For years, Express readers have reacted with fury to claims that the state pension is a benefit. They believe it is an entitlement, because they have made contributions towards it for decades, via their National Insurance contributions. Newsflash: they’re wrong.
It gives me no pleasure to write that. If the state pension had been done properly, it would be an entitlement.
We would all have an absolute right to claim it, provided we had made sufficient NI payments during our working lifetime.
Unfortunately, it wasn’t done properly. The state pension is based on a lie, and many of us continue to swallow it.
This leaves us all in a much more precarious position. Benefits are something given. They can also be taken away.
In practice, that isn’t going to happen. Pensioners would starve. But the definition does give the government some leeway over what happens to the state pension next.
Here’s a pretty good definition of what the state pension is: “The state pension is a universal, non-means tested benefit available to all, so long as they have made the requisite NI contributions or credits.”
Benefit. Not right. Not entitlement. Benefit.
Yet the myth persists that the state pension is a benefit, with Express reader newresistance2023 taking issue with an article on our site today saying: “DE….the State Pension is NOT a Benefit…why can’t you get it right?”
Sadly, we did get it right.
Don’t believe me?
It’s the Government that decides these things and in 2016 it made its position brutally clear. “The State Pension is described in legislation as a ‘benefit’ in order to root it within the existing social security framework as a statutory scheme paid out of monies in the NationaI Insurance Fund.”
That was in response to a petition entitled: “Stop UK Government and Departments from labelling “State Pension” as benefits!”
It argued that as the state pension has usually been contributed to over many years, it seems wrong to title it as a “benefit”.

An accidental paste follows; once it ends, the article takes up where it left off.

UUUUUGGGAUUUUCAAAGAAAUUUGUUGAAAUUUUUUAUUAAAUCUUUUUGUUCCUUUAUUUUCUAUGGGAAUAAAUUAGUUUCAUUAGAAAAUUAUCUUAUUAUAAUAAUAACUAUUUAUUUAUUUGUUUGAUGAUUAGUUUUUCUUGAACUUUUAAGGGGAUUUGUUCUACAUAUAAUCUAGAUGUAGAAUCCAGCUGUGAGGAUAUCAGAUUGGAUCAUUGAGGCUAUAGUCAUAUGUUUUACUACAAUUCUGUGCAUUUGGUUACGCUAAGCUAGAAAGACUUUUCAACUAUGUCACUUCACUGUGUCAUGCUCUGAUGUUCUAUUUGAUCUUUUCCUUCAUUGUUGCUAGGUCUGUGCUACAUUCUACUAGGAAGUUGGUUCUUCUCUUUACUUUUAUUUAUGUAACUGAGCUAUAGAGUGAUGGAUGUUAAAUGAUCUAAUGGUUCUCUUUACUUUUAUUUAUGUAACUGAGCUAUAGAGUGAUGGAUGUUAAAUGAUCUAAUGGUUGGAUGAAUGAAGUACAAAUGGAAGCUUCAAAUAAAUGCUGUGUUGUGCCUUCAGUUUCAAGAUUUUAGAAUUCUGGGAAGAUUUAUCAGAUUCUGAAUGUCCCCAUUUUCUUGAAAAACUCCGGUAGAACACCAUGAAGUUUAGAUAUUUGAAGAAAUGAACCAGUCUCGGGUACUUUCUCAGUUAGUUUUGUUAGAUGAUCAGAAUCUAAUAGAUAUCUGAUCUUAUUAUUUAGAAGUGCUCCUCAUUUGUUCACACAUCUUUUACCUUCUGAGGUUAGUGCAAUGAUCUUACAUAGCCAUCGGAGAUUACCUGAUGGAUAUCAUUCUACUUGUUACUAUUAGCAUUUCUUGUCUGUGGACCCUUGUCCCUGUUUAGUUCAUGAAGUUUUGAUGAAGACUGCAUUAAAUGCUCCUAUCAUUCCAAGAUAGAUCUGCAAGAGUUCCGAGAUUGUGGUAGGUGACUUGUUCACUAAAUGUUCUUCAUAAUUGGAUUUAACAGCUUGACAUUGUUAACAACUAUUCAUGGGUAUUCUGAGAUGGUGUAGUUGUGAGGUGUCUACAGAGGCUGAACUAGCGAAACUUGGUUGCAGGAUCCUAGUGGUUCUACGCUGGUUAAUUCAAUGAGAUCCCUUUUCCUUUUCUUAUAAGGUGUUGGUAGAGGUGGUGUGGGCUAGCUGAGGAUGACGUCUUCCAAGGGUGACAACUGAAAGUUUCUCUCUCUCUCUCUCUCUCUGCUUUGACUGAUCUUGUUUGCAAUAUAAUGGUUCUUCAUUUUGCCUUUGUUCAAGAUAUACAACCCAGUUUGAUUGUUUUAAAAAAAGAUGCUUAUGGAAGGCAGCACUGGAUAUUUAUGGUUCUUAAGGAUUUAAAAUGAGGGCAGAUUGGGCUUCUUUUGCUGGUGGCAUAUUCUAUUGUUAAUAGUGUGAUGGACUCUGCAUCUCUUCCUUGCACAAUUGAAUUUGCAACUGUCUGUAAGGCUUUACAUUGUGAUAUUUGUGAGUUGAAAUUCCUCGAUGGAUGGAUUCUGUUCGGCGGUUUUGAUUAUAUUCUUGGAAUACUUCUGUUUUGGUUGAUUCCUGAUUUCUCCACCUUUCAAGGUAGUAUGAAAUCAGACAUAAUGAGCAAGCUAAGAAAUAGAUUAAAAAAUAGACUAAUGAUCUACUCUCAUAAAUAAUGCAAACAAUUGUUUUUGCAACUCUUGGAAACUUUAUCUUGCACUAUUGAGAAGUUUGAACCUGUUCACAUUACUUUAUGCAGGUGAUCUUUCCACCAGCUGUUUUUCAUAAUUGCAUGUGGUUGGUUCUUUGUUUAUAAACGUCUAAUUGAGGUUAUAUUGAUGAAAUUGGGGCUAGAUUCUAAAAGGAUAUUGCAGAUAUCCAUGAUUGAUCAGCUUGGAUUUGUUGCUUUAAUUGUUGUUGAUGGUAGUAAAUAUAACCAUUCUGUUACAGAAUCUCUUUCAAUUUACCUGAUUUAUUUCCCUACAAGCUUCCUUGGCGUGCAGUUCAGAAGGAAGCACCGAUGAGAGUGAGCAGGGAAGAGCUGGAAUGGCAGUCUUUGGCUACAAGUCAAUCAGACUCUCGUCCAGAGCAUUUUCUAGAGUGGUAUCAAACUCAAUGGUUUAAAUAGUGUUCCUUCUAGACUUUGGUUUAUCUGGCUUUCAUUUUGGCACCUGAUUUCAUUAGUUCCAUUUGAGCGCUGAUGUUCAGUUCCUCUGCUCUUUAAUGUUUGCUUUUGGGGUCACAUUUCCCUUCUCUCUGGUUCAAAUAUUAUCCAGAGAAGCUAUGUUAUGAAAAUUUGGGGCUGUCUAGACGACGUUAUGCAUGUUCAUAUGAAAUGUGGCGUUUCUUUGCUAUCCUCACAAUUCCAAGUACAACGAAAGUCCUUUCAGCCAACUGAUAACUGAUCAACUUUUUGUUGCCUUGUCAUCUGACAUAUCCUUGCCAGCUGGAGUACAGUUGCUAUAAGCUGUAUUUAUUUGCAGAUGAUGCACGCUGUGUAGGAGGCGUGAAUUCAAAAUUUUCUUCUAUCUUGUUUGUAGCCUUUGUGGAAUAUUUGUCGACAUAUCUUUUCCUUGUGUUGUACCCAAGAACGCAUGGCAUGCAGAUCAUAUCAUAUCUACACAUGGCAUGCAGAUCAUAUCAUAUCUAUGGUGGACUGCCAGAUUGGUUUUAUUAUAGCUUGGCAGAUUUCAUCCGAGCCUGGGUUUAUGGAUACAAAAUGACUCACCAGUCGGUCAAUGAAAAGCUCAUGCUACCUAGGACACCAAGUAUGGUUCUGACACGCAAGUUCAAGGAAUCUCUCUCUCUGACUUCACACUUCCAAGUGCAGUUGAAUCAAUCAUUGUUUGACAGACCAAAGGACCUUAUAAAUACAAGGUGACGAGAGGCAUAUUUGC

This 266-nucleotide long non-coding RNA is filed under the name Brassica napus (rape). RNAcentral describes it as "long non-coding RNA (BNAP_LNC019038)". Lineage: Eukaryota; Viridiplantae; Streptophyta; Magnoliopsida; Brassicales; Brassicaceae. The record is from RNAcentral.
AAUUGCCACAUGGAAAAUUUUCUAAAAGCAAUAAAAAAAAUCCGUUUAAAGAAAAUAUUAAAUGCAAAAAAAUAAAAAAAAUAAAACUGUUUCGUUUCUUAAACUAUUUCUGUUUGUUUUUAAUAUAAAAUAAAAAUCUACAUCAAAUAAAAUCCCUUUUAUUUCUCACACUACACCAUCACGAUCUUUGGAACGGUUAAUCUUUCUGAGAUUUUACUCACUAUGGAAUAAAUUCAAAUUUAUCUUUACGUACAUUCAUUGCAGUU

The petition failed.
Older people who take pride in never have any claimed state benefits during their working lifetime understandably don’t like the idea of being given one when they retire.
I totally get that.
Especially since most will have made decades of qualifying NI contributions during their working lifetime, and feel it is theirs by right.
I only wish it was.
Unfortunately, as the Office for Budget Responsibility makes clear, NI contributions are only “notionally used to pay for the state pension and other contributory benefits”, including the NHS.
Note that phrase: “other contributory benefits”. That’s what the state pension is.
As for the National Insurance Fund, I wouldn’t get too excited by that.
Reader acecanna argues that “there is a NI Fund used to pay pensions it is the nearest thing we have to a hypothecated tax”.
The definition of a hypothecated tax is one where the revenue is ring-fenced for a particular expenditure purpose.
NI is indeed the nearest thing we have to a hypothecated tax, but it covers a heap of benefits as well as the state pension.
As this site makes clear: “It is not a genuine hypothecated tax. It is a book-keeping exercise.” Ouch.
Sadly, reader Sparhawk also gets it wrong when stating that the state pension is a contributions-based scheme, not a benefit. “Private pensions are also a contributions-based scheme, and they’re not benefits.”
Unfortunately, state pensions aren’t like private pensions, precisely because there is NO personal money pot built up. Instead, it’s a social contract. We pay in and expect to get something back, we just cannot decide how much. We get what the government thinks it can afford.
Not what we’ve paid in.
This means that some get less than they have paid in. Others get a lot more.
It shouldn’t have been this way. There should be a nice big pot of money dedicated to the state pension, sitting there waiting to be claimed.
There isn’t and never will be. Today’s state pension is funded by today’s workers and that’s a real problem, as society ages and the ratio of workers to pensioners shrinks.
Express readers are right to be worried by the fact that the state pension is defined as a benefit. Unfortunately, it is.